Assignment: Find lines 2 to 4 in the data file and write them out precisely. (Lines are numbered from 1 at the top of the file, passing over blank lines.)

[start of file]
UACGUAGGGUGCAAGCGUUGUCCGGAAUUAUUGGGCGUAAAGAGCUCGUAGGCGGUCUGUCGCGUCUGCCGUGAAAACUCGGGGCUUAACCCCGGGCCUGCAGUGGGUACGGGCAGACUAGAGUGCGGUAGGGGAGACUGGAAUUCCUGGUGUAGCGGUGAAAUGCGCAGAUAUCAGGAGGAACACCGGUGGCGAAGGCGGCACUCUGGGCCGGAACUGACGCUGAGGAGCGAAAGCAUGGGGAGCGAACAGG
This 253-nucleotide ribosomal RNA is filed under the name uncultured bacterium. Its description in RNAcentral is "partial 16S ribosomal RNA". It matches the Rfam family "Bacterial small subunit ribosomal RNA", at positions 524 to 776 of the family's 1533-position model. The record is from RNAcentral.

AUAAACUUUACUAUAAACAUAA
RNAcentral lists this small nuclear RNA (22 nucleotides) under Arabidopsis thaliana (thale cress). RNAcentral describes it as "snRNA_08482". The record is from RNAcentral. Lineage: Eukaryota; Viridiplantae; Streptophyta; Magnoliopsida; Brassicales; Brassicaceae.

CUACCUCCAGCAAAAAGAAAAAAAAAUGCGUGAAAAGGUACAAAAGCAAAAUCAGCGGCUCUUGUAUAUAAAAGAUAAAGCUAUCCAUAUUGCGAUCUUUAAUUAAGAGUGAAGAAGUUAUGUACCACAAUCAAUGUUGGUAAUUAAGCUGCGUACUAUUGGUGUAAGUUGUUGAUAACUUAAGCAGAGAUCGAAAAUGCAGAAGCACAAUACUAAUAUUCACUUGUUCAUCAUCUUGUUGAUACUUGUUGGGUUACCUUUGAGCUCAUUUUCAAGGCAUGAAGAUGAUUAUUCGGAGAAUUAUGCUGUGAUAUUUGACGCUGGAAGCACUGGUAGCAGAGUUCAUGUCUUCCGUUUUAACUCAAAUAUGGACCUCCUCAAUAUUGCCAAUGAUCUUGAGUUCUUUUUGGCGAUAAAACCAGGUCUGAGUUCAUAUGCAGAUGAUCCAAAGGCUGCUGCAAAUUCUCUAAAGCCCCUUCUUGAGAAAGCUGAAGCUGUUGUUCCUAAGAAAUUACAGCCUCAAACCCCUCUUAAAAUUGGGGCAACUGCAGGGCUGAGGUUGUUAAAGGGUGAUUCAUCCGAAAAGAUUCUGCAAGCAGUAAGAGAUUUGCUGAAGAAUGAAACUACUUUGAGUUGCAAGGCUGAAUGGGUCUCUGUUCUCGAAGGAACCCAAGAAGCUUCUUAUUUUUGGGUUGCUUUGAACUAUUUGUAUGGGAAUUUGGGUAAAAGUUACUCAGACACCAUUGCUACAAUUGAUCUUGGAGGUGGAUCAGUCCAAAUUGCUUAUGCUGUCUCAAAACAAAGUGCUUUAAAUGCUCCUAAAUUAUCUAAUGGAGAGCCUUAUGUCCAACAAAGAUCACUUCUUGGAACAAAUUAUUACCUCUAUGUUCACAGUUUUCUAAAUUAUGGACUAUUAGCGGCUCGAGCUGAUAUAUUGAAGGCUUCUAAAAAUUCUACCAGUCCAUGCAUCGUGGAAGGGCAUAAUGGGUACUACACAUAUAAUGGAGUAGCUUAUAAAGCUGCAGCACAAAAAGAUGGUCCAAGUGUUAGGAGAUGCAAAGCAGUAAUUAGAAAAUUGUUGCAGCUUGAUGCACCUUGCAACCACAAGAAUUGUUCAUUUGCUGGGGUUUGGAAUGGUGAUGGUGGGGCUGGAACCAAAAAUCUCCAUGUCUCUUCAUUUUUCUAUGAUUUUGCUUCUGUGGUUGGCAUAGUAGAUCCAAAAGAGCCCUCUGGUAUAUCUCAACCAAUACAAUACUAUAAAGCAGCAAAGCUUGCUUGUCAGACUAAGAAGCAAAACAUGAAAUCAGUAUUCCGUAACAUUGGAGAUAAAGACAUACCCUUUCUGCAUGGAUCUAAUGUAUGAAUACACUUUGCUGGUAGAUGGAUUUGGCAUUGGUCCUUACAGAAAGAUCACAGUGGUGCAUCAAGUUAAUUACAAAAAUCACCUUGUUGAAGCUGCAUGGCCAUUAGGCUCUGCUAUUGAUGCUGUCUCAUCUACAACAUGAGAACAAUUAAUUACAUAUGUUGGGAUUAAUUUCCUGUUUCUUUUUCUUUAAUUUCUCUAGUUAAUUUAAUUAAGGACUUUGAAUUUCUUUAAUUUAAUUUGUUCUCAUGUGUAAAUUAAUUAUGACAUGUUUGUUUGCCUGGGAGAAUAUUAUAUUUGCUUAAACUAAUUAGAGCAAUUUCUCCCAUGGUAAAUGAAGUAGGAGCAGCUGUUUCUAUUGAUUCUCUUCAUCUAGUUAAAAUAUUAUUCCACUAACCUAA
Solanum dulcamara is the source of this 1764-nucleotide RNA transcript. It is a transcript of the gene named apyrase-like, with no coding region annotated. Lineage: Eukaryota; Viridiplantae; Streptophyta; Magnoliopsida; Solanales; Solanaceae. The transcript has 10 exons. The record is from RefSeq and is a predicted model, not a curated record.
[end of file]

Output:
This 253-nucleotide ribosomal RNA is filed under the name uncultured bacterium. Its description in RNAcentral is "partial 16S ribosomal RNA". It matches the Rfam family "Bacterial small subunit ribosomal RNA", at positions 524 to 776 of the family's 1533-position model. The record is from RNAcentral.

AUAAACUUUACUAUAAACAUAA
RNAcentral lists this small nuclear RNA (22 nucleotides) under Arabidopsis thaliana (thale cress). RNAcentral describes it as "snRNA_08482". The record is from RNAcentral. Lineage: Eukaryota; Viridiplantae; Streptophyta; Magnoliopsida; Brassicales; Brassicaceae.